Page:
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Dirty Dish dissects dirty dining

My love-hate relationship with the health department

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I probably shouldn’t bring this up, but I’m going to anyway. I got really sick a few weeks back, after eating at one of my favorite restaurants. Making this declaration pains me slightly because as a restaurant owner, this could happen to anyone. It happened to me. While all restaurants are subject to scrutiny by the health department, my concern lies with you, the customer.

I never called the restaurant or reported the incident to the health department. Maybe it wasn’t food poisoning? Perhaps it was a 24-hour flu thing? I’m pretty sure it wasn’t, but I had to ponder the thought. The timing of the incident was too perfect. It made sense.

Why didn’t I make a stink about spending an entire day running to the bathroom? It is a complicated answer. While most restaurants do their best to follow the health department rules, sometimes our best is not enough and there is nowhere to hide.

A few years back I worked in Olympia, and before my co-workers and I would venture out to lunch, we checked the local newspaper for where not to go that day. You see The Daily “O” posts the Thurston County Health Department’s food service inspection reports. Here in Pierce County, the health department makes it even easier. Just look them up on their Web site.

Now, a note of caution: when you look up your favorite restaurant to see what the inspectors have to say, please take it seriously but take the time to understand their lingo. For instance, at my restaurant we got dinged with, “1400 FOOD PROTECTED FROM CROSS CONTAMINATION — Raw meats below and away from RTE food.”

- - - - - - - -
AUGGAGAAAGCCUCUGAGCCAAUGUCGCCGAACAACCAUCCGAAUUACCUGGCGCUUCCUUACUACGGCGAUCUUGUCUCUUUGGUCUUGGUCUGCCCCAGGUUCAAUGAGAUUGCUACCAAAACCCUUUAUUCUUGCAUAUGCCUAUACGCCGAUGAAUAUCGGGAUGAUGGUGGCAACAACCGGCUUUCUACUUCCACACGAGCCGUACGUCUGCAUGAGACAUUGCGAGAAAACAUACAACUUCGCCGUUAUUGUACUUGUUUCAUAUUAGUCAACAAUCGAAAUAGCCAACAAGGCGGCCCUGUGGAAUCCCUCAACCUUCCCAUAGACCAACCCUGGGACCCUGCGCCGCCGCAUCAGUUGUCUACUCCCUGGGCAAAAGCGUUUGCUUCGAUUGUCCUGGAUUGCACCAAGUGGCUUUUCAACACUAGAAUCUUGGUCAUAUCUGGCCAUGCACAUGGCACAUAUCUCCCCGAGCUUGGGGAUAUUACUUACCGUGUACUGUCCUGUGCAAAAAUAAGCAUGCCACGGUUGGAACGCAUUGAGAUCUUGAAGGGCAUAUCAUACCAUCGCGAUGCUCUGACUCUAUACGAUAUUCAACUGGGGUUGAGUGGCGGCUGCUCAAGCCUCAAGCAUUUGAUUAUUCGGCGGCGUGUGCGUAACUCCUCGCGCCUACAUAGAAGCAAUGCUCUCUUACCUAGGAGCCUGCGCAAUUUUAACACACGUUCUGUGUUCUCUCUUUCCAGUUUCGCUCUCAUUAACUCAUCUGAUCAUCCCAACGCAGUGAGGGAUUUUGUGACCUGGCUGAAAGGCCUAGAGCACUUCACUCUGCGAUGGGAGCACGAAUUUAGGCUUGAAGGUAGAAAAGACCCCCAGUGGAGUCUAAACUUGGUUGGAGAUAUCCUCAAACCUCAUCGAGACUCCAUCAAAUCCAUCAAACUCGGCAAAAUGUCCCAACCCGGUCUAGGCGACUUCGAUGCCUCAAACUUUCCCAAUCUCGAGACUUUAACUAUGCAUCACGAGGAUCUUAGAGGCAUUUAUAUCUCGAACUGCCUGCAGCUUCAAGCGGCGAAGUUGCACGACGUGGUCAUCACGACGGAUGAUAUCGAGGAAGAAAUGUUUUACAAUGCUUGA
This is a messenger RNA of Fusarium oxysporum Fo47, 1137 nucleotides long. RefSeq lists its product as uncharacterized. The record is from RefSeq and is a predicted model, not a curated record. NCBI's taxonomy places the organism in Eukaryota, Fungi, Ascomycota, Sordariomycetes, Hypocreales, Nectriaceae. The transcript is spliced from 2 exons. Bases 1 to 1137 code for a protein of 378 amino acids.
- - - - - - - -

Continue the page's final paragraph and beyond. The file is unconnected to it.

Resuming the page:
Now this is a stock comment with no explanation, and it sounds really serious. In our case, we had two separate covered containers, one had chicken, one had beef, and the containers were simply touching. Their juices were not mingling together in order to create a new life form. The containers were too close, so we were written up. There is no room for gray area with the health department, and maybe there shouldn’t be.

About 99 percent of the restaurants I looked up had violations, some were serious and some were not. I am not defending our flaws as food service providers, because we love you and we want you to be our customers forever. But there is this natural aversion we restaurant people have with the health department inspectors. We know they are here to help, but unless you have been in this business, you can’t understand our displeasure with them. They’re somewhat like city parking enforcement downtown Tacoma. Ah, now you get it …

I think it all stems from all the work it takes to open a restaurant and the demands the health department puts on us. I have four sinks behind my bar, five in the kitchen and one in the storage area, and those suckers aren’t cheap! Not to mention the person assigned to my account didn’t understand why I wasn’t going to put a sneeze guard on my bar!

I look back on when I was opening my place and wonder how I ever made it through the process. If you ever have a dull moment, take the time to download the Food Plan Review Form at It may make you think twice about ever opening your own restaurant. If it were easy, there would be more of us out there.

Looking at these reports hasn’t caused me to abandon my favorite haunts. It’s really quite interesting if you think about it. Stay true to your pet restaurants and maybe find some new ones that have been deemed pure by the TPCHD. We do our best. Just be thankful you don’t have someone pop into your kitchen unannounced and pick it apart with a fine-toothed comb. Ouch.

Eat out Tacoma. We need your love.

Sandee Glib has worked in the restaurant and hospitality industry for more than 12 years as a server, bartender, cook and owner. Her opinions are expressly her own and she is always right.

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